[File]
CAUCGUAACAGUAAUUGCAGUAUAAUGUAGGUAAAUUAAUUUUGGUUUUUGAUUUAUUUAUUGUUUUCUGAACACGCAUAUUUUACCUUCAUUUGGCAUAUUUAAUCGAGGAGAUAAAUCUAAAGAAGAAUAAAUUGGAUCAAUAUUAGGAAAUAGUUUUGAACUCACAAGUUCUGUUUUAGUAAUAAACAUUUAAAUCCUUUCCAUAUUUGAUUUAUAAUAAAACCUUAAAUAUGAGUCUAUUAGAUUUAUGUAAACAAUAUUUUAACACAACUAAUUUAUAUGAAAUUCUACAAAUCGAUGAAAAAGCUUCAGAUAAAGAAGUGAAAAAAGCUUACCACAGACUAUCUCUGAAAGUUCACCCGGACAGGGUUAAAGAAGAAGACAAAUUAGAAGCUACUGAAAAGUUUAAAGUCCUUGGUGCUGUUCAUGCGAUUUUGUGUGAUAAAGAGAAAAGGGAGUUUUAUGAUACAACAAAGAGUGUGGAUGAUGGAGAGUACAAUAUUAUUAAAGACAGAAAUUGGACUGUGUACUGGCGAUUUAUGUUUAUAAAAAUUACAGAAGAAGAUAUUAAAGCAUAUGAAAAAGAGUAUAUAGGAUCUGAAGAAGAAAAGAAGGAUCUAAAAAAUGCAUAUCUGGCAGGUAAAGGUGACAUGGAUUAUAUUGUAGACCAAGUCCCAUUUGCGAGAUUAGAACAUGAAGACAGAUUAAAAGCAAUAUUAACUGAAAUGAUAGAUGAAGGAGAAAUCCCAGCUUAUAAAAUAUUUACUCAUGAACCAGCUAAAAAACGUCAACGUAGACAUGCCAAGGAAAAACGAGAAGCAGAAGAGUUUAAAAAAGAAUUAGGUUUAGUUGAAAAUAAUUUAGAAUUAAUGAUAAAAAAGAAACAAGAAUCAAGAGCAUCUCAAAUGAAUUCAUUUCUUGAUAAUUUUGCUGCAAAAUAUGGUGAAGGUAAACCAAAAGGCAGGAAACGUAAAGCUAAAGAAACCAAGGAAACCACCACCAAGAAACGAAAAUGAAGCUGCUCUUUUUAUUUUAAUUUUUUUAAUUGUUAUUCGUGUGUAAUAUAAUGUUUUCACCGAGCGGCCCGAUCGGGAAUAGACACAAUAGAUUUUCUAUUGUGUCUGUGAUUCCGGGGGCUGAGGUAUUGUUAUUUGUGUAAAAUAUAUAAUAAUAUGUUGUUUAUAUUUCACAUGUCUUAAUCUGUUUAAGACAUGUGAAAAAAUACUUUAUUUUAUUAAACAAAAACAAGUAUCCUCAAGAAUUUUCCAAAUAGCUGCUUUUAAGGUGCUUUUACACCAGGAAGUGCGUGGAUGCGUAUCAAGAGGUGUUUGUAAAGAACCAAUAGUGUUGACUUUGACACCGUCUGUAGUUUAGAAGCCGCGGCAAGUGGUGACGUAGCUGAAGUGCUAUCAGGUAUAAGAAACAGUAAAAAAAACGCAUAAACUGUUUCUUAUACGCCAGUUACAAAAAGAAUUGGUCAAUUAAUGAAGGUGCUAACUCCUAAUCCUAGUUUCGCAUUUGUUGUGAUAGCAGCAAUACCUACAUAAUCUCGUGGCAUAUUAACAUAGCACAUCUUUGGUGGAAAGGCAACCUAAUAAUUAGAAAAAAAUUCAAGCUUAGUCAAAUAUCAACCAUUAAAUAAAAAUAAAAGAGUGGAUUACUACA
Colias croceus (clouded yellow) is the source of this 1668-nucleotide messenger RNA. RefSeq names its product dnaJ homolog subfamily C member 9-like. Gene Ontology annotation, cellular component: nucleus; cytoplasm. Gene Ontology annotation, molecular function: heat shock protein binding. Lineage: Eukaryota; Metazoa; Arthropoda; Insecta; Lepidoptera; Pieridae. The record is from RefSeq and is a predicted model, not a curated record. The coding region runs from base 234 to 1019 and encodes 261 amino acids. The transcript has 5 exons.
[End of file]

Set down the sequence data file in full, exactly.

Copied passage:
CAUCGUAACAGUAAUUGCAGUAUAAUGUAGGUAAAUUAAUUUUGGUUUUUGAUUUAUUUAUUGUUUUCUGAACACGCAUAUUUUACCUUCAUUUGGCAUAUUUAAUCGAGGAGAUAAAUCUAAAGAAGAAUAAAUUGGAUCAAUAUUAGGAAAUAGUUUUGAACUCACAAGUUCUGUUUUAGUAAUAAACAUUUAAAUCCUUUCCAUAUUUGAUUUAUAAUAAAACCUUAAAUAUGAGUCUAUUAGAUUUAUGUAAACAAUAUUUUAACACAACUAAUUUAUAUGAAAUUCUACAAAUCGAUGAAAAAGCUUCAGAUAAAGAAGUGAAAAAAGCUUACCACAGACUAUCUCUGAAAGUUCACCCGGACAGGGUUAAAGAAGAAGACAAAUUAGAAGCUACUGAAAAGUUUAAAGUCCUUGGUGCUGUUCAUGCGAUUUUGUGUGAUAAAGAGAAAAGGGAGUUUUAUGAUACAACAAAGAGUGUGGAUGAUGGAGAGUACAAUAUUAUUAAAGACAGAAAUUGGACUGUGUACUGGCGAUUUAUGUUUAUAAAAAUUACAGAAGAAGAUAUUAAAGCAUAUGAAAAAGAGUAUAUAGGAUCUGAAGAAGAAAAGAAGGAUCUAAAAAAUGCAUAUCUGGCAGGUAAAGGUGACAUGGAUUAUAUUGUAGACCAAGUCCCAUUUGCGAGAUUAGAACAUGAAGACAGAUUAAAAGCAAUAUUAACUGAAAUGAUAGAUGAAGGAGAAAUCCCAGCUUAUAAAAUAUUUACUCAUGAACCAGCUAAAAAACGUCAACGUAGACAUGCCAAGGAAAAACGAGAAGCAGAAGAGUUUAAAAAAGAAUUAGGUUUAGUUGAAAAUAAUUUAGAAUUAAUGAUAAAAAAGAAACAAGAAUCAAGAGCAUCUCAAAUGAAUUCAUUUCUUGAUAAUUUUGCUGCAAAAUAUGGUGAAGGUAAACCAAAAGGCAGGAAACGUAAAGCUAAAGAAACCAAGGAAACCACCACCAAGAAACGAAAAUGAAGCUGCUCUUUUUAUUUUAAUUUUUUUAAUUGUUAUUCGUGUGUAAUAUAAUGUUUUCACCGAGCGGCCCGAUCGGGAAUAGACACAAUAGAUUUUCUAUUGUGUCUGUGAUUCCGGGGGCUGAGGUAUUGUUAUUUGUGUAAAAUAUAUAAUAAUAUGUUGUUUAUAUUUCACAUGUCUUAAUCUGUUUAAGACAUGUGAAAAAAUACUUUAUUUUAUUAAACAAAAACAAGUAUCCUCAAGAAUUUUCCAAAUAGCUGCUUUUAAGGUGCUUUUACACCAGGAAGUGCGUGGAUGCGUAUCAAGAGGUGUUUGUAAAGAACCAAUAGUGUUGACUUUGACACCGUCUGUAGUUUAGAAGCCGCGGCAAGUGGUGACGUAGCUGAAGUGCUAUCAGGUAUAAGAAACAGUAAAAAAAACGCAUAAACUGUUUCUUAUACGCCAGUUACAAAAAGAAUUGGUCAAUUAAUGAAGGUGCUAACUCCUAAUCCUAGUUUCGCAUUUGUUGUGAUAGCAGCAAUACCUACAUAAUCUCGUGGCAUAUUAACAUAGCACAUCUUUGGUGGAAAGGCAACCUAAUAAUUAGAAAAAAAUUCAAGCUUAGUCAAAUAUCAACCAUUAAAUAAAAAUAAAAGAGUGGAUUACUACA
Colias croceus (clouded yellow) is the source of this 1668-nucleotide messenger RNA. RefSeq names its product dnaJ homolog subfamily C member 9-like. Gene Ontology annotation, cellular component: nucleus; cytoplasm. Gene Ontology annotation, molecular function: heat shock protein binding. Lineage: Eukaryota; Metazoa; Arthropoda; Insecta; Lepidoptera; Pieridae. The record is from RefSeq and is a predicted model, not a curated record. The coding region runs from base 234 to 1019 and encodes 261 amino acids. The transcript has 5 exons.